Date: December 7th, 2015
Influenza, or the flu, is a contagious respiratory infection caused by the influenza virus. Each year, between 5 percent and 20 percent of the U.S. population gets the flu, with more than 200,000 people hospitalized, and anywhere from 3,000 to 49,000 dying from complications. Typical symptoms of the flu include fever, body aches, chills, fatigue, cough, sore throat, and a runny or stuffy nose. Sometimes it can lead to severe complications such as pneumonia. Young children, older adults, and people with weakened immune systems are at high risk for serious complications.
The virus is highly contagious and easily transmitted from person to person via droplets from coughing, sneezing, or talking. People with the flu can spread the virus to others as far as six feet away.
Historical Efforts to Treat the Flu
Flu activity can reach epidemic and sometimes pandemic levels if the number of cases is higher than expected or has a worldwide impact. Notable pandemics have taken place in 1918-1919, 1957-1958, and as recently as 2009-2010.
How we have prevented and treated the flu has changed dramatically over the years. In the pandemic of 1918, 500 million people around the world were infected, and 50 to 100 million people died. That pandemic was one of the deadliest natural disasters in human history, in large part because of the inadequate treatments at the time. Back then, understanding of the disease was limited, so efforts to contain the spread were largely unsuccessful, as were attempts to treat it. Herbs, rubs, and other medicines with secret ingredients were used, as were sweating and bleeding treatments. People also created home remedies, such as mixing water, salt, and coal oil.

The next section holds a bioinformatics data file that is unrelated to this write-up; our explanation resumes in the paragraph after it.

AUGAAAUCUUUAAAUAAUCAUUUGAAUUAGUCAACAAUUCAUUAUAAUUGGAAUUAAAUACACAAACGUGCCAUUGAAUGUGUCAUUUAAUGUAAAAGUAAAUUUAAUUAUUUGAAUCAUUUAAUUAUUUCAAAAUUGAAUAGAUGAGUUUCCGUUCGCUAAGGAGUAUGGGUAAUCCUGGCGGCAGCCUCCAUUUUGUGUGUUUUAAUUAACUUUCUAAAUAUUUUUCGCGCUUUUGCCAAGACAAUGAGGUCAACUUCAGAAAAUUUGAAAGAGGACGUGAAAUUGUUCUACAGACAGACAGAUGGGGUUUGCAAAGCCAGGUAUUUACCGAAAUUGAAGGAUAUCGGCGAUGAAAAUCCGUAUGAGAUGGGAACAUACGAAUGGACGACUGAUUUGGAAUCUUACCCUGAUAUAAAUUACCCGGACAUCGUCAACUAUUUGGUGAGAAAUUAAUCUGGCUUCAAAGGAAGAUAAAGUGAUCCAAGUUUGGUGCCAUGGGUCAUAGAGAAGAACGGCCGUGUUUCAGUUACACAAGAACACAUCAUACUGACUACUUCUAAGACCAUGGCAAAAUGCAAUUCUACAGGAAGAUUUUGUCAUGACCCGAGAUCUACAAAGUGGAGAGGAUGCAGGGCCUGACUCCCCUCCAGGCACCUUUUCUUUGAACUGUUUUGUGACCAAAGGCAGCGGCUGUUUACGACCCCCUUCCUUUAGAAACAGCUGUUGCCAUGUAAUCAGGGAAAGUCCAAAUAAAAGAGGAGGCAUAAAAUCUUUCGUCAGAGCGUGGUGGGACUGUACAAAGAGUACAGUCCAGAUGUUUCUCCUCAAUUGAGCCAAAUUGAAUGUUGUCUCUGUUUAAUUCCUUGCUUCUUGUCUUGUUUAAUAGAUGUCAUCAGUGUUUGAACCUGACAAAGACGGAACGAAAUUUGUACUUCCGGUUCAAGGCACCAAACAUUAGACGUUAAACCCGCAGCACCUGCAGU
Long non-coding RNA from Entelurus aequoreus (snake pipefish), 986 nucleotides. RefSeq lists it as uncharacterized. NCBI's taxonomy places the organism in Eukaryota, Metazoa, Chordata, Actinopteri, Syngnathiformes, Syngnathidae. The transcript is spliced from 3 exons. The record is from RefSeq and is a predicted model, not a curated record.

In the pandemic of 1957, antibiotics such as penicillin had been developed and were used to treat the flu. However, antibiotics fight bacteria so they had no impact on the influenza virus. On a more positive note, the virus was tracked through a global network of laboratories, which helped to contain its spread.
By the pandemic of 2009, a new strain of the virus hit the young and healthy harder than previous outbreaks. Vaccines helped to prevent new cases, and when the outbreak expanded, antiviral drugs were used to heal people faster and help prevent serious complications.
What’s Next in Flu Treatment?
Experts at the Department of Microbiology and the Department of Medicine at Mount Sinai in New York believe that the seasonal influenza virus vaccine is too limited and that we should be able to provide universal and long-term protection against the flu. While science hasn’t caught up to this idea yet, these scientists believe in the need for a vaccine that would induce lifelong immunity, comparable to vaccines that are currently available for measles and polio. This type of immunity would help prevent epidemic and pandemic outbreaks that could significantly impact the global population.
Preventing the Flu
There are some ways you can help prevent the spread of the flu.
- Get a vaccination.
- If you do get the flu, be sure to limit your contact with others.
- Wash your hands frequently.